Spend 10 minutes on the corner of 124th Street and Lexington Avenue and you’ll get a quick glimpse into two longstanding issues in East Harlem: drug addiction and homelessness.
There are seven recycling machines stretched along the wall of the Rainbow clothing store on the corner, offering money in exchange for aluminum, plastic and glass. The most common visitors of the recycling engine, also known as a redemption center, are either homeless or living in local shelters, says manager Auto Ferril, and many of them are either still on drugs or recovering drug addicts. Ferril opens the center at 6 o’clock every morning. In some cases, the change his visitors earn in exchange for digging through garbage for recyclable materials is their only income.
East Harlem is home to several drug rehabilitation centers and homeless shelters. In all of New York City, the neighborhood ranks first in substance abuse hospitalizations for people aged between 25 and 44, according to the East Harlem Neighborhood Based Alliance Corporation. Also, homelessness in New York City is nothing new, but the link between high drug use and high poverty has motivated many supportive services to settle in the area.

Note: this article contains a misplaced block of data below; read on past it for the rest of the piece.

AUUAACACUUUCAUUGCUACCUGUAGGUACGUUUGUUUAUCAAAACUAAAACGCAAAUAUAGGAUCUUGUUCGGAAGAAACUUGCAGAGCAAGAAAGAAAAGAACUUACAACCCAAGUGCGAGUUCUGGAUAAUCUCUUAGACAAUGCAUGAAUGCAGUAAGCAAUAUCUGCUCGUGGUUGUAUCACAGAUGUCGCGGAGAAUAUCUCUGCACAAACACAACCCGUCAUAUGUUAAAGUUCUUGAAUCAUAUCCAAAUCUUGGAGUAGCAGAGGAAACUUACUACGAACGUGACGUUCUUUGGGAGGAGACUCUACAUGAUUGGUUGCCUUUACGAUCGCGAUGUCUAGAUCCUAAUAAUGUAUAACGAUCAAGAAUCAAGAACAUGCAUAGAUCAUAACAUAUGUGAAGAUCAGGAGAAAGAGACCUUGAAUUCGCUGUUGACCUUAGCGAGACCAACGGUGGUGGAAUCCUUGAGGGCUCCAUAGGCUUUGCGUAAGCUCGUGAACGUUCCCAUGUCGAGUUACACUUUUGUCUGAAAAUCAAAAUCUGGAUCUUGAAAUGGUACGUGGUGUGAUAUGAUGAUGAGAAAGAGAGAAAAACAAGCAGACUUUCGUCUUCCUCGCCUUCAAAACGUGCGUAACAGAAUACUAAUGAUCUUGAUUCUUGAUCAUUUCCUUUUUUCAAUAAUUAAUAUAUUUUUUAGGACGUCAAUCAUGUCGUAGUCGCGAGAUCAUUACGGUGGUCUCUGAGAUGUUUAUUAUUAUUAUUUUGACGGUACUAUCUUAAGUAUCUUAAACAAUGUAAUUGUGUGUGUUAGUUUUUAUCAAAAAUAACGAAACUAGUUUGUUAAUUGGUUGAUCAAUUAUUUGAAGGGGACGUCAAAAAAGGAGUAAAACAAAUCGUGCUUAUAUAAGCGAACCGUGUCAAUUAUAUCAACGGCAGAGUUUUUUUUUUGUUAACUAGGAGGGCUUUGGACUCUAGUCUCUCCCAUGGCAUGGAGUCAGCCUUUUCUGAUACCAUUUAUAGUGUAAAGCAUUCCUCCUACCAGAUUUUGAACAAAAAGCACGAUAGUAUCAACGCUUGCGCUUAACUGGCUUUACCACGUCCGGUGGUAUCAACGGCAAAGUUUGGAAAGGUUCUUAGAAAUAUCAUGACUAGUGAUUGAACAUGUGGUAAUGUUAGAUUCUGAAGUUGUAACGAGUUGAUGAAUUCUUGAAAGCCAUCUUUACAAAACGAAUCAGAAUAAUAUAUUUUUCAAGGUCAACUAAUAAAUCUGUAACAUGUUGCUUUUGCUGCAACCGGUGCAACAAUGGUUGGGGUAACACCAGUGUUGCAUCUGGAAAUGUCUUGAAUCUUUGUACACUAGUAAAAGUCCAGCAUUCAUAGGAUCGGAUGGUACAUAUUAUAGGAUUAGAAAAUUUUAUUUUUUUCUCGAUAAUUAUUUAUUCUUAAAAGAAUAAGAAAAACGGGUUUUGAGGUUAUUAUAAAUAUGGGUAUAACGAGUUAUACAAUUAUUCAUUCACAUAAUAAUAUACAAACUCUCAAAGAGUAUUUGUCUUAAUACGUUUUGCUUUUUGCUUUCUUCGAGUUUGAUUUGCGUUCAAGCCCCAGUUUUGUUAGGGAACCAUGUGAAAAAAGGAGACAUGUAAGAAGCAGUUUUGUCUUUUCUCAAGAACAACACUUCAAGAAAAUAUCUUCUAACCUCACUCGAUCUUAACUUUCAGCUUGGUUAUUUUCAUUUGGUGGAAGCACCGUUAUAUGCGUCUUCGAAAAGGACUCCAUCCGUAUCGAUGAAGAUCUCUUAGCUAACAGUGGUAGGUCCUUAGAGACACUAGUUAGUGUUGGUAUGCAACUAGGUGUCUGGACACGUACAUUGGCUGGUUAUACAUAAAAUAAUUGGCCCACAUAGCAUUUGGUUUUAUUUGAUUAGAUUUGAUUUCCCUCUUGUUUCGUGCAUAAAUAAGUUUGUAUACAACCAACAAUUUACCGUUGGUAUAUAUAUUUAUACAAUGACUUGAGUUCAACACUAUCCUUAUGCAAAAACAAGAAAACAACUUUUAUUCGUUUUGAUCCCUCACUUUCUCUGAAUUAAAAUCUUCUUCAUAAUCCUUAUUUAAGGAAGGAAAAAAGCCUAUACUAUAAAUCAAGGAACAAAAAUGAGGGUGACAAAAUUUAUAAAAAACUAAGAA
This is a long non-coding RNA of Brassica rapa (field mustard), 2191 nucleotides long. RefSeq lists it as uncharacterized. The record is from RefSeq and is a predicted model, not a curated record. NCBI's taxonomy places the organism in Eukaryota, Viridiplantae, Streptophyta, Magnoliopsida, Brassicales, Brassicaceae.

This is all reflected on the corner of 124th Street and Lexington, where the traffic of plastic, glass and aluminum collectors and recovering drug addicts has given the neighborhood a bit of a bad reputation, some locals say. As I was shooting photos for this project, a few passersby told me to be careful, warning that my camera may be snatched by an irate drug addict who didn’t feel comfortable with what I was doing.
Those photos are embedded in the slideshow below, providing a detailed view of the redemption center.